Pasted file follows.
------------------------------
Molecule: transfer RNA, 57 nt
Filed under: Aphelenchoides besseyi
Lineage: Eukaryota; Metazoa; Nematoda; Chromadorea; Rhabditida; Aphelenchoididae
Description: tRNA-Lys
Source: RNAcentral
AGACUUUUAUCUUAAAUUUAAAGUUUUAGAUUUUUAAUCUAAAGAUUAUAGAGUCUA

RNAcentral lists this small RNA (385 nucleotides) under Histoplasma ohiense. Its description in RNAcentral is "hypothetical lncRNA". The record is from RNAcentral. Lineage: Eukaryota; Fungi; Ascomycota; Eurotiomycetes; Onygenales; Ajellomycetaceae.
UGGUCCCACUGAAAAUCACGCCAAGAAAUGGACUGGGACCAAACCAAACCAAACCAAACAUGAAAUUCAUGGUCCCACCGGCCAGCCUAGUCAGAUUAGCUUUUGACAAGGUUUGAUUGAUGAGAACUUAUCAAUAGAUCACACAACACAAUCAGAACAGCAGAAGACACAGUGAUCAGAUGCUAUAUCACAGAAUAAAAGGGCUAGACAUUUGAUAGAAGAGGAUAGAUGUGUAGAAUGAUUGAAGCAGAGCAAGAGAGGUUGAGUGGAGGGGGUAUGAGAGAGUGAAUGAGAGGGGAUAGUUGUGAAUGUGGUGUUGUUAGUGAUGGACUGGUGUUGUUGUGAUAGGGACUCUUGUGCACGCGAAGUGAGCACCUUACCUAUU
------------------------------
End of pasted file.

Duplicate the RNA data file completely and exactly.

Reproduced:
Molecule: transfer RNA, 57 nt
Filed under: Aphelenchoides besseyi
Lineage: Eukaryota; Metazoa; Nematoda; Chromadorea; Rhabditida; Aphelenchoididae
Description: tRNA-Lys
Source: RNAcentral
AGACUUUUAUCUUAAAUUUAAAGUUUUAGAUUUUUAAUCUAAAGAUUAUAGAGUCUA

RNAcentral lists this small RNA (385 nucleotides) under Histoplasma ohiense. Its description in RNAcentral is "hypothetical lncRNA". The record is from RNAcentral. Lineage: Eukaryota; Fungi; Ascomycota; Eurotiomycetes; Onygenales; Ajellomycetaceae.
UGGUCCCACUGAAAAUCACGCCAAGAAAUGGACUGGGACCAAACCAAACCAAACCAAACAUGAAAUUCAUGGUCCCACCGGCCAGCCUAGUCAGAUUAGCUUUUGACAAGGUUUGAUUGAUGAGAACUUAUCAAUAGAUCACACAACACAAUCAGAACAGCAGAAGACACAGUGAUCAGAUGCUAUAUCACAGAAUAAAAGGGCUAGACAUUUGAUAGAAGAGGAUAGAUGUGUAGAAUGAUUGAAGCAGAGCAAGAGAGGUUGAGUGGAGGGGGUAUGAGAGAGUGAAUGAGAGGGGAUAGUUGUGAAUGUGGUGUUGUUAGUGAUGGACUGGUGUUGUUGUGAUAGGGACUCUUGUGCACGCGAAGUGAGCACCUUACCUAUU